Named for the river that runs along its western border, Mississippi was first explored by the Spanish before France claimed it and later gave it to America. For over a century, Mississippi was the U.S. center for cotton production, a crop that relied on slave labor. Mississippi’s economy was destroyed during the Civil War. Poverty remains an issue today.
- Mississippi comes from the Chippewa words for “great river.” The Mississippi River runs from the Great Lakes to the Gulf of Mexico. This wide brown river has long been a trade route. During the 1800s, paddlewheel boats carried passengers up and down the river.
- Mississippi is the country’s leading catfish producer. Farmers raise the catfish in large man-made ponds.
- During Hurricane Katrina, 40 foot waves washed over the Marine Live Oceanarium in Gulfport. Eight dolphins were swept out to sea, along with several other animals. The dolphins and two sea lions were later rescued.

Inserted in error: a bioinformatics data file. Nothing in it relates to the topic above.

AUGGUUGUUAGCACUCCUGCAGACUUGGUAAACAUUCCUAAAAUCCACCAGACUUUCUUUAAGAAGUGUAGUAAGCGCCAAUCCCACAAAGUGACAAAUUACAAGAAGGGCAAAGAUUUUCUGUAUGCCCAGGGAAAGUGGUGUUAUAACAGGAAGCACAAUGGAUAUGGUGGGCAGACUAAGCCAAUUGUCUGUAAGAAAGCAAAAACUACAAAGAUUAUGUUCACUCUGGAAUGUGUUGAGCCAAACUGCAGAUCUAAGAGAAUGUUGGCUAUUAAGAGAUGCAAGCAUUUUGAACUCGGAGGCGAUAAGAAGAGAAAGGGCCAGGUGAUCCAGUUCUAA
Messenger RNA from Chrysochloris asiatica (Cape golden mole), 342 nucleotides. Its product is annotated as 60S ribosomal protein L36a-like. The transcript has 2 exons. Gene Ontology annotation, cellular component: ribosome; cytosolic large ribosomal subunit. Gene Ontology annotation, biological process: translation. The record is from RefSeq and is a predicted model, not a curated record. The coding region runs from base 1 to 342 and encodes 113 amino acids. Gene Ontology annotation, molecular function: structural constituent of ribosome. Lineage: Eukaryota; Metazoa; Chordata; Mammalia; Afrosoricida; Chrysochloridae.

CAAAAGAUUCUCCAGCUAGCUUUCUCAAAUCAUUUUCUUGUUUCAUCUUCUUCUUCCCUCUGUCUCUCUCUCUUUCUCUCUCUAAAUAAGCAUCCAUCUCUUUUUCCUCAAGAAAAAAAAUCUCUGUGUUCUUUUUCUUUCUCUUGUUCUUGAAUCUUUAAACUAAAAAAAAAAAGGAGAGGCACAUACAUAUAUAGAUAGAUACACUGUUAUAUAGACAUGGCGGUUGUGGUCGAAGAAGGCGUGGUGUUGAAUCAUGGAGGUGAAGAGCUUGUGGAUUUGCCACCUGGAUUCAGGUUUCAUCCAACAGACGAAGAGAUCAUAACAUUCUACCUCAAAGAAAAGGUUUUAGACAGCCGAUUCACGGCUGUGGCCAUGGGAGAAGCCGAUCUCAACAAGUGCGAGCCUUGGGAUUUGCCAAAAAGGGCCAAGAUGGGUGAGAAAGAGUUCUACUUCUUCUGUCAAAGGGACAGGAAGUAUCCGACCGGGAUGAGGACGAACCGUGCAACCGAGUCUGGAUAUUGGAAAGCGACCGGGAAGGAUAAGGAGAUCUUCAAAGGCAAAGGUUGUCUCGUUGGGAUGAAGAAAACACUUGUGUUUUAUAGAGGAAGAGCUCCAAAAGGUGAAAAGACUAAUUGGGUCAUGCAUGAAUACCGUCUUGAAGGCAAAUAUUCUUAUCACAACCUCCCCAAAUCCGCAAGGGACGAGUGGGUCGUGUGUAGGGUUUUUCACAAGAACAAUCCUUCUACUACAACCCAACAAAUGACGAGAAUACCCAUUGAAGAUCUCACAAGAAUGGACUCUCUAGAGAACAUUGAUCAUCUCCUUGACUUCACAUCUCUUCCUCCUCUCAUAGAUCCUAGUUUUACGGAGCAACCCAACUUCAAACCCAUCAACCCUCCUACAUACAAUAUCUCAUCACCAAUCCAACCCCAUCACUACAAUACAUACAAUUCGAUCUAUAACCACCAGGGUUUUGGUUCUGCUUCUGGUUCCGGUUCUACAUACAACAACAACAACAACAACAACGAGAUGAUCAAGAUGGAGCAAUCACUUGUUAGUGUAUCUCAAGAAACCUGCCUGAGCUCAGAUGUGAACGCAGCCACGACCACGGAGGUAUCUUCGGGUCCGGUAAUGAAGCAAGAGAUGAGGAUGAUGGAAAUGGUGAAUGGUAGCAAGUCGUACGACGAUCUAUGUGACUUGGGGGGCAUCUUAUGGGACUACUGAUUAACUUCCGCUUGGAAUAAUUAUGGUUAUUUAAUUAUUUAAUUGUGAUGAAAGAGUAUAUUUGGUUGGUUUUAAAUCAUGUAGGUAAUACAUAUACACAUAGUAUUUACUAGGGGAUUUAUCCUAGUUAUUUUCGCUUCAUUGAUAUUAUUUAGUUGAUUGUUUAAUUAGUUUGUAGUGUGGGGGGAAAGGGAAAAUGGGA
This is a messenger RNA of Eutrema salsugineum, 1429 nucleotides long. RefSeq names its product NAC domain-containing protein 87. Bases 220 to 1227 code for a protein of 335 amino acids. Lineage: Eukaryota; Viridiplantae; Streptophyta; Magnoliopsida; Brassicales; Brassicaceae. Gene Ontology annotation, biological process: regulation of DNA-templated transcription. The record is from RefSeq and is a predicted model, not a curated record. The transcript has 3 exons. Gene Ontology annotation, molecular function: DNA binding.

- Armadillos, wild turkeys, swamp rabbits, white-tailed deer, skinks, and crawfish are just some of the animals that live in Mississippi.
- Elvis Presley was born in Tupelo, Mississippi. Blues singer B.B. King is also from Mississippi.
- Mississippi is a warm and humid southern state. It borders Louisiana, Arkansas, Tennessee, Alabama, and the Gulf of Mexico.
Mississippi Quick Stats
State capital: Jackson (population, 173,514)
Largest city: Jackson (population, 173,514)
State bird: Mockingbird
State flower: Magnolia
Questions and Answers
Question: What is blues music?
Answer: Blues music became popular after the Civil War and comes from songs sung by slaves as they worked in the cotton fields.
Watch a short video about Mississippi.